A1 History: Danville’s tobacco market sales were still popular in 1979

Published 5:41 pm Monday, November 18, 2019

Smoking bans in Boyle County, Perryville and Junction City have recently been front page news in The Advocate-Messenger. But 40 years ago today, the success of the first day of the annual burley tobacco sales was the main story.

The headline stated that burley tobacco brought a good price on the first day of the market sales.

According to The Advocate-Messenger archives, during the 1978 sales, more than 15 million pounds of burley was sold in the local warehouses. On the first day of sale, there were about 3.3 million pounds on the auction floor.

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According to the article, the first basket sold on the Danville market belonged to Eliza Nicely. The basket weighed 472 pounds of C3F burley and was purchased by Phillip Morris Tobacco Co. for $1.45 a pound — one penny more than the government price marked on the ticket.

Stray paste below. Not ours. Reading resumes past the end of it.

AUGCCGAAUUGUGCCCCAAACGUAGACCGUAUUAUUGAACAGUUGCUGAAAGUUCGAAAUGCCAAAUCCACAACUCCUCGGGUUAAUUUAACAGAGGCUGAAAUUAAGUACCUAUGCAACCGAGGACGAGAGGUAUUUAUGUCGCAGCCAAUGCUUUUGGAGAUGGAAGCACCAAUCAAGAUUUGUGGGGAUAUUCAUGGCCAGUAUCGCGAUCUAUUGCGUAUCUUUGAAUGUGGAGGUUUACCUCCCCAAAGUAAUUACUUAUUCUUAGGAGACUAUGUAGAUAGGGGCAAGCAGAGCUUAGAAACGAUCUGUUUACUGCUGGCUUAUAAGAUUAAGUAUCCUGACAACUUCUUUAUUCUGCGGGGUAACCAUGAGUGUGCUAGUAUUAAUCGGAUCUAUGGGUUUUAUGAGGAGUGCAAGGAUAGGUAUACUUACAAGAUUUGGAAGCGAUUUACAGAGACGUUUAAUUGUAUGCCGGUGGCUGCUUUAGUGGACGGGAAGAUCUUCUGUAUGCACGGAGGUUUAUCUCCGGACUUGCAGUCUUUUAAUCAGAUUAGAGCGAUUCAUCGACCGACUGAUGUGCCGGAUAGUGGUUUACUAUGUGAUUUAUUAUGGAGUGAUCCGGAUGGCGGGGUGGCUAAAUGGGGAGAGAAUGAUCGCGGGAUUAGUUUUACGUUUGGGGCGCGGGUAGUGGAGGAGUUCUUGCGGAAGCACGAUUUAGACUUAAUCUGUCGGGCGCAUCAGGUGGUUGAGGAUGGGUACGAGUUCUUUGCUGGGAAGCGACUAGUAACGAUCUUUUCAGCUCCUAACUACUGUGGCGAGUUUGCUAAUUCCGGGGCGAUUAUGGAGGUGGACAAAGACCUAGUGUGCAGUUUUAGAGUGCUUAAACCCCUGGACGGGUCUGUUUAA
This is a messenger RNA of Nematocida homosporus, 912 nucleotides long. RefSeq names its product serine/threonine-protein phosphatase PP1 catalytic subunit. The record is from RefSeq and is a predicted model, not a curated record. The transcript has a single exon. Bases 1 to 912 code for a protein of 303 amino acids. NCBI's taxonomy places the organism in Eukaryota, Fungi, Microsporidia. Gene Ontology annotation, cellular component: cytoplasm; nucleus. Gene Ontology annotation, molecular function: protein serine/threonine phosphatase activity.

Eight more baskets on the first row were also sold to tobacco companies and ranged in price from $1.35 to $1.46 per pound, making them sell for 2 to 27 cents over what the government marked as support prices.

In 1979 the support price was about $1.33 per pounds and in 1978 it was $1.24, according to the article.

For the first time, a delegation of four buyers from a “tobacco monopoly” in South Korea were purchasing tobacco in Danville.

According to the story, farmers seemed to be in a good mood but “not overconfident” about prices they hoped to receive. Many farmers had to deal with blue mold, black mold, black shank and heavy rainfalls during the growing season.

A veteran tobacco market observer said that year’s crop was short and light, and was of mediocre to good quality, but it was usable. He added that some tobacco sticks being weighed were 7 to 8 pounds, but normally should have been 10 to 12 pounds.

The Danville market rotation for the first week of sales in 1979 was Peoples, Burley and Farmers warehouses. After Thanksgiving, sales were to be held Mondays through Thursdays until Christmas.

The tobacco markets have since declined and Danville sales only occur one day a week at the only surviving warehouse, Farmers Tobacco Warehouse on Harding Street.